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decided: July 29, 1988.


Appeal from the Order of the Commonwealth Court entered April 22, 1987 at No. 1580 C.D. 1984. 105 Pa. Commw 388, Nix, C.j., and Larsen, Flaherty, McDermott, Zappala and Papadakos, JJ. Larsen and Papadakos, JJ., file dissenting opinions.

Author: Mcdermott

[ 518 Pa. Page 582]


This case comes to us on direct appeal from the order of the Commonwealth Court entering summary judgment in favor of appellees, the Commonwealth of Pennsylvania, the Treasurer of Pennsylvania, and the Secretary of Education of Pennsylvania. Appellants are the Bensalem Township School District, Robert Dewey, and Andrew Jaskola as guardian of Mark Jaskola, 105 Pa. Commw. 388, 524 A.2d 1027 (1987). Mr. Dewey claims standing as a taxpayer, while Mr. Jaskola claims standing on behalf of his minor son who is a student in the Bensalem school.

This case was initiated by appellants, who filed for declaratory and equitable relief seeking to have the statutory scheme for the funding of Commonwealth public schools declared unconstitutional. Appellants challenged the statute as being irrational and arbitrary on its face, and violative of equal protection as applied.

The action was filed in 1984. Thereafter, it languished in the Commonwealth Court due solely to appellants' inactivity

[ 518 Pa. Page 583]

    in prosecuting the claim.*fn1 Eventually, however, appellants filed a motion for summary judgment.

This motion asserted that the statute was unconstitutional on its face. There were no supporting affidavits or depositions filed with the motion, except for an affidavit from appellants' counsel in which he made various allegations of proof but offered no concrete support.

Respondents resisted appellants' motion for summary judgment, but did not themselves move for summary judgment. The Commonwealth Court denied appellants' motion, and then entered summary judgment in favor of respondents.

Appellants have now filed a direct appeal to this Court in which they raise two issues: the first challenges the lower courts' denial of the motion for summary judgment; and the second challenges the entry of summary judgment in favor of a non-moving party. For present purposes we need only address appellants' second issue.

Summary judgment proceedings are governed by Pennsylvania Rule of Civil Procedure 1035, which provides:

Rule 1035. Motion for Summary Judgment

(a) After the pleadings are closed, but within such time as not to delay trial, any party may move for summary judgment on the pleadings and any depositions, answers to interrogatories, admissions on file and supporting affidavits.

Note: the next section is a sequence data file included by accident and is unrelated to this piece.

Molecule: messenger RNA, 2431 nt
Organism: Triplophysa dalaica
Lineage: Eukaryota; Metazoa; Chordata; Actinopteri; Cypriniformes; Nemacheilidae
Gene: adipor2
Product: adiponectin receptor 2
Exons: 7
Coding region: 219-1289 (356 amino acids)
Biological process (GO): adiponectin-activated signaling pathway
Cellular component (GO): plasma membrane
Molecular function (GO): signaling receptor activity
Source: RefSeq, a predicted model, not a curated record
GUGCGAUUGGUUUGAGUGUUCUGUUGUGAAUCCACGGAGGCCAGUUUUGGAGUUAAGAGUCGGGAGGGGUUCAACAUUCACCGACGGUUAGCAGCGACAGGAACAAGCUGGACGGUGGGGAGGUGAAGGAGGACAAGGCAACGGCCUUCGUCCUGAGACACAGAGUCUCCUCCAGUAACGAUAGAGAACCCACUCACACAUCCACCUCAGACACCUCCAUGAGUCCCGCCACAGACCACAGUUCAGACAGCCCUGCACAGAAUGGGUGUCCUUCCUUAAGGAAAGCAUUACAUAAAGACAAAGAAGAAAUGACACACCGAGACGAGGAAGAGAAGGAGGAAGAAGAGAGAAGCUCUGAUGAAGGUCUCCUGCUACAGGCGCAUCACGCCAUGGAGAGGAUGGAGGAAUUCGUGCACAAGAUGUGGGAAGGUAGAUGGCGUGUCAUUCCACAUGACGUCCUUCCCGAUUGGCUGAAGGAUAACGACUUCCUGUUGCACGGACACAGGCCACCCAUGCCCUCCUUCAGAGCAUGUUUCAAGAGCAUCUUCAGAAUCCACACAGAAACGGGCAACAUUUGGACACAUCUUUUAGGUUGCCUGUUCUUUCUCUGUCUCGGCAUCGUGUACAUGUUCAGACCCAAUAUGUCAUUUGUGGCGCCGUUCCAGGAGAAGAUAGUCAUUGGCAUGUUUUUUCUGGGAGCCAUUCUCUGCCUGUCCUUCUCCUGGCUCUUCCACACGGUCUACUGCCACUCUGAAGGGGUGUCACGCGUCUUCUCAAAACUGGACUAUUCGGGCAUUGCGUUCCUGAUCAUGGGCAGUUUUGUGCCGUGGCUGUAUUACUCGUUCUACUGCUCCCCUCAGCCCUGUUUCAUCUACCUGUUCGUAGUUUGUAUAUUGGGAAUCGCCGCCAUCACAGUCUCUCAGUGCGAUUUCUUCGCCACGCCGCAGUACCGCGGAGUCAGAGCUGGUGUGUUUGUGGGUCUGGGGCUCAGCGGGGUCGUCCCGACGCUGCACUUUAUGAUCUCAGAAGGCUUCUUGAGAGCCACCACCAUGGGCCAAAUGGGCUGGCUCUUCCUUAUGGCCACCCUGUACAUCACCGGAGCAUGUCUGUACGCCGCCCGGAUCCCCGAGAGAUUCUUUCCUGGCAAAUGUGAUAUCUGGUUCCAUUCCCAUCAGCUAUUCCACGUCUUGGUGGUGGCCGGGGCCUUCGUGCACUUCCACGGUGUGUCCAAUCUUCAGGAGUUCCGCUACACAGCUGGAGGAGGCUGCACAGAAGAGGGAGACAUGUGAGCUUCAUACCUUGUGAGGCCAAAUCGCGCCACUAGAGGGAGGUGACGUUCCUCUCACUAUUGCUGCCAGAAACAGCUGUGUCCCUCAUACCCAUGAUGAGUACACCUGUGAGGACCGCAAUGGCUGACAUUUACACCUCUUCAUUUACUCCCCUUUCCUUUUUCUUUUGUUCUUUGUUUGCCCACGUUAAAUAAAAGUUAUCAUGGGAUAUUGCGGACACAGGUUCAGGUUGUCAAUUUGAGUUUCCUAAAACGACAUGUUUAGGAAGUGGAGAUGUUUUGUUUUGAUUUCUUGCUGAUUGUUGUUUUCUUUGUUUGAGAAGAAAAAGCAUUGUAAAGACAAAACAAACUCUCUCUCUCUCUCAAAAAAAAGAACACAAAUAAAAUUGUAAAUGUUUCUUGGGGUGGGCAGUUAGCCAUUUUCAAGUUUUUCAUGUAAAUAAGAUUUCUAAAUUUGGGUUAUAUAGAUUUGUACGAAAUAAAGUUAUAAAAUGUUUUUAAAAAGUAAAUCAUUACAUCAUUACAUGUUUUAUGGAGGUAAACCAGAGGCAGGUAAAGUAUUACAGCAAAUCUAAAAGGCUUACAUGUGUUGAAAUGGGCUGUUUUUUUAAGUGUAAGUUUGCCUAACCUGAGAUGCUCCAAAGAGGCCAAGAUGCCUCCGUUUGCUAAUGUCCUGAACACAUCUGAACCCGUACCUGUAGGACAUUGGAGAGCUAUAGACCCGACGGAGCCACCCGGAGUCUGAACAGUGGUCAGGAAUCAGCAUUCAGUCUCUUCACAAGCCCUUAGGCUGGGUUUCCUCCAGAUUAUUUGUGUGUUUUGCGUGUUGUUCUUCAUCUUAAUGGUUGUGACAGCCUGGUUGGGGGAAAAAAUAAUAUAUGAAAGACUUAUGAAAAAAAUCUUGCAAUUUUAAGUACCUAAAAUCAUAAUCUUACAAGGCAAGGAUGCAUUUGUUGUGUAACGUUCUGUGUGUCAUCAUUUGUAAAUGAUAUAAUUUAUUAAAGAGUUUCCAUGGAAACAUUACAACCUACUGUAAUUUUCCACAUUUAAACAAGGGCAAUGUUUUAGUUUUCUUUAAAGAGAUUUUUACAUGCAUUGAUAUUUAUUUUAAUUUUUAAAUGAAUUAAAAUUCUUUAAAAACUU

Note: See Definition Rule 76 for definition of "affidavit."

[ 518 Pa. Page 584]

(b) The adverse party, prior to the day of hearing, may serve opposing affidavits. The judgment sought shall be rendered if the pleadings, depositions, answers to interrogatories, and admissions on file, together with the affidavits, if any, show that there is no genuine issue as to any material fact and that the moving party is entitled to a judgment as a matter of law. A summary judgment, interlocutory in character, may be rendered on the issues of liability alone although there is a genuine issue as to the amount of damages.

(c) If on motion under this rule judgment is not rendered upon the whole case or for all the relief asked and a trial is necessary, the court at the hearing of the motion, by examining the pleadings and the evidence before it and by interrogating counsel, shall if practicable ascertain what material facts exist without substantial controversy and what material facts are actually and in good faith controverted. It shall thereupon make an order specifying the facts that appear without substantial controversy, including the extent to which the amount of damages or other relief is not in controversy and directing such further proceedings in the action as are just. Upon the trial of the action the facts so specified shall be deemed established, and the trial shall be conducted accordingly.

(d) Supporting and opposing affidavits shall be made on personal knowledge, shall set forth such facts as would be admissible in evidence, and shall show affirmatively that the signer is competent to testify to the matters stated therein. Verified or certified copies of all papers or parts thereof referred to in an affidavit shall be attached thereto or served therewith. The court may permit affidavits to be supplemented or opposed by depositions, answers to interrogatories, or further affidavits. When a motion for summary judgment is made and supported as provided in this rule, an adverse party may not rest upon the mere allegations or denials of his pleading, but his response, by affidavits or as otherwise provided in this rule, must set forth specific facts showing that there is a genuine issue for trial. If he does not